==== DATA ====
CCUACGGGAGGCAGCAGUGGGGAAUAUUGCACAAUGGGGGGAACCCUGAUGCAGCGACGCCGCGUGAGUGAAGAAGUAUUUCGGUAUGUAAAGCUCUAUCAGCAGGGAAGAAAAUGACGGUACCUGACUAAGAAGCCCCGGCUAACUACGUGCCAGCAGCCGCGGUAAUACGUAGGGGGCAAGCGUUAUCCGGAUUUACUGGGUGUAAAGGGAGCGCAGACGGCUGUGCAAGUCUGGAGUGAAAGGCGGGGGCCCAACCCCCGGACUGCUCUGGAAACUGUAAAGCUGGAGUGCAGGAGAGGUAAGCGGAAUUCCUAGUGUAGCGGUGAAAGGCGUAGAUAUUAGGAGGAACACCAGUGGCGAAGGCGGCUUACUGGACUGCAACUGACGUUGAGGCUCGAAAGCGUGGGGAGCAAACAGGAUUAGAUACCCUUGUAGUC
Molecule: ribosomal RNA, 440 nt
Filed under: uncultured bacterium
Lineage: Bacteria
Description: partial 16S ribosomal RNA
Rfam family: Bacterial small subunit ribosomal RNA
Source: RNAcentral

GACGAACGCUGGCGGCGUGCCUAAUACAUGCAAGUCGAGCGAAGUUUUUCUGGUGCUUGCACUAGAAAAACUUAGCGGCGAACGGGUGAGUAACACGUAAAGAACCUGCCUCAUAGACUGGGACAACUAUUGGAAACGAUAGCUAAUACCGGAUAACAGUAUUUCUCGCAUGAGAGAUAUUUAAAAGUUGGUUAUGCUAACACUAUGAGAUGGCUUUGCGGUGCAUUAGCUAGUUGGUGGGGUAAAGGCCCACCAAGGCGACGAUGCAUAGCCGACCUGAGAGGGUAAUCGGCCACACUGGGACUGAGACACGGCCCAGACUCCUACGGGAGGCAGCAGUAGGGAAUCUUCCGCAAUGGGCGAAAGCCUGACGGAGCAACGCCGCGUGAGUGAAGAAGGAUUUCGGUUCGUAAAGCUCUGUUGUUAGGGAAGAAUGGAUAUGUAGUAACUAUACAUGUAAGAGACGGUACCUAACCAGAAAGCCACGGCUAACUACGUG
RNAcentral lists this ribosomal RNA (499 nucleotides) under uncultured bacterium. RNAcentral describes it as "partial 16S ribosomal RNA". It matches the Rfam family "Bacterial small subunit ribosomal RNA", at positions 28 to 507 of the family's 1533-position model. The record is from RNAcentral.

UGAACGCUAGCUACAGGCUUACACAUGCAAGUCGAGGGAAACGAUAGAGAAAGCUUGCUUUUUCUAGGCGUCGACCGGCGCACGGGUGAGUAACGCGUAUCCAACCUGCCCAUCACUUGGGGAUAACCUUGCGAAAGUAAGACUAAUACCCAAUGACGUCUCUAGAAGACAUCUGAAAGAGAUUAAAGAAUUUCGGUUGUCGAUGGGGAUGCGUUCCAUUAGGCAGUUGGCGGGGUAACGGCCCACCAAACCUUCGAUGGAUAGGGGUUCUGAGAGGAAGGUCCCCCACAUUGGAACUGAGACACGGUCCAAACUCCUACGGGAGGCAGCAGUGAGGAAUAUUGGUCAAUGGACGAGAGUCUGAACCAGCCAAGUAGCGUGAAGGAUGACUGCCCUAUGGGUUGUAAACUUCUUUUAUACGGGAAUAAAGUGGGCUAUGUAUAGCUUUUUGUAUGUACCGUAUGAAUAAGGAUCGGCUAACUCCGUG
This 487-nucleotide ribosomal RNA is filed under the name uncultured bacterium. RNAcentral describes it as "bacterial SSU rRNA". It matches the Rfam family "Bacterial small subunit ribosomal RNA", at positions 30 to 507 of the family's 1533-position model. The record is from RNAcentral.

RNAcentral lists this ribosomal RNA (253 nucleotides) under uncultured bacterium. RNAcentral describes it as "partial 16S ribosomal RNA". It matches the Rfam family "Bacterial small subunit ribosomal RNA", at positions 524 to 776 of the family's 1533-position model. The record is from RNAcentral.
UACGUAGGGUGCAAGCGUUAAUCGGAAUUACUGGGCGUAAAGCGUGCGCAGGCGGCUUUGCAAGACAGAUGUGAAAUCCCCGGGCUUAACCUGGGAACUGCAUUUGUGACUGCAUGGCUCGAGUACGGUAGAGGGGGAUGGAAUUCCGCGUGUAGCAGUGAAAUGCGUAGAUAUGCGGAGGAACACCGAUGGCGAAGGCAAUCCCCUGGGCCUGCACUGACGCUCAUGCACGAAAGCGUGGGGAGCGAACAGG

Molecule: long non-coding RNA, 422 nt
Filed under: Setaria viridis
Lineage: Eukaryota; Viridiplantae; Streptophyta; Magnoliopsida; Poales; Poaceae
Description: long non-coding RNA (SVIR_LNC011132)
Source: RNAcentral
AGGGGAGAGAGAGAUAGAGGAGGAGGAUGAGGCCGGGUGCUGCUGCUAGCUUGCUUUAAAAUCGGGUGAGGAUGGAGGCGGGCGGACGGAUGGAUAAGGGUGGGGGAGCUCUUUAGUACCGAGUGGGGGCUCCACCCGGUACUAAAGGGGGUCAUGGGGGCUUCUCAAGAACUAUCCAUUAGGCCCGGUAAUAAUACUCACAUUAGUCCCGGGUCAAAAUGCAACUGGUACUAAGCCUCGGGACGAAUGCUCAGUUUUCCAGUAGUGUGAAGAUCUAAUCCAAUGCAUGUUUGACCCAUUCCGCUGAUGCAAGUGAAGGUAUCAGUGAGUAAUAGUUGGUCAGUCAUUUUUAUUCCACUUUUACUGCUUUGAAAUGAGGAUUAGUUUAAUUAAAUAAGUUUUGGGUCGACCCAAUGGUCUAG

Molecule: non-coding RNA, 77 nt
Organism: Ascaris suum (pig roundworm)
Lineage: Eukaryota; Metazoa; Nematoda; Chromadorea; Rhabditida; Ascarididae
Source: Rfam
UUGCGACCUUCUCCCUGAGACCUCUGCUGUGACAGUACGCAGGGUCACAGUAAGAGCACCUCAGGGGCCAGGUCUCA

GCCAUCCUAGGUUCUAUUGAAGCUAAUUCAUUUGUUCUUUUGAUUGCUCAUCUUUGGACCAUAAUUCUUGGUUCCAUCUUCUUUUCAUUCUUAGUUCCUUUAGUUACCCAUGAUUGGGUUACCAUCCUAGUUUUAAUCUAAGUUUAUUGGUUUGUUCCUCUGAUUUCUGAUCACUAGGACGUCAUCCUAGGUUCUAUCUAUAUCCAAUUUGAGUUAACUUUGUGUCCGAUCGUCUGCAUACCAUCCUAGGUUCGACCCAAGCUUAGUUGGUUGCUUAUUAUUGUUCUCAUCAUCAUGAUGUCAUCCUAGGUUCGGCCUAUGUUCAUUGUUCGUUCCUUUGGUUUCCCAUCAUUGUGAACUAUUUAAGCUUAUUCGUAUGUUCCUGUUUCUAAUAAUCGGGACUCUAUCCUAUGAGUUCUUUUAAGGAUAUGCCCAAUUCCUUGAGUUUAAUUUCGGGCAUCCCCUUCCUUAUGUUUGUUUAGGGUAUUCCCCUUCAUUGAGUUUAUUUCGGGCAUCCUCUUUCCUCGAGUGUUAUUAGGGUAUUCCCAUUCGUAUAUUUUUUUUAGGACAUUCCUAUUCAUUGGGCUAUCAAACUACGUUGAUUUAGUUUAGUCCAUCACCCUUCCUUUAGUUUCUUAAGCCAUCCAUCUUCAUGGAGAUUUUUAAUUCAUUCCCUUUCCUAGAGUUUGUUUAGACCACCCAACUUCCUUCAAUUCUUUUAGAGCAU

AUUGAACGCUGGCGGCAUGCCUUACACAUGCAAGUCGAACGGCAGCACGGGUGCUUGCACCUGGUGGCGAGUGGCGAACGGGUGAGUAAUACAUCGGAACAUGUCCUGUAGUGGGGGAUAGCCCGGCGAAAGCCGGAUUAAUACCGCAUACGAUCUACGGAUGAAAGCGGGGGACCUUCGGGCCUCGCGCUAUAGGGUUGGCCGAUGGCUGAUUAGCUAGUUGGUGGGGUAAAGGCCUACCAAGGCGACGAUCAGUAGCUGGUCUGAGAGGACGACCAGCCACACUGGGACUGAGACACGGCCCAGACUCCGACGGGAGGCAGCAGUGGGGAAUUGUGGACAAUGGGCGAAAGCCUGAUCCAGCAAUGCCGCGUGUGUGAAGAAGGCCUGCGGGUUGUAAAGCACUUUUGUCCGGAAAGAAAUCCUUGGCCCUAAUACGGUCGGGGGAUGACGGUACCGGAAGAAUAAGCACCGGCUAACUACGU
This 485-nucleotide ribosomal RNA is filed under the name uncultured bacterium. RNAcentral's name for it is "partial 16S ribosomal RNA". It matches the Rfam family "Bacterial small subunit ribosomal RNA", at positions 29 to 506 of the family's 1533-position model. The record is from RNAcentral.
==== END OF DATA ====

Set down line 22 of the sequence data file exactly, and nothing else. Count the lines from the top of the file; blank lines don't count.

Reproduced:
Lineage: Eukaryota; Metazoa; Nematoda; Chromadorea; Rhabditida; Ascarididae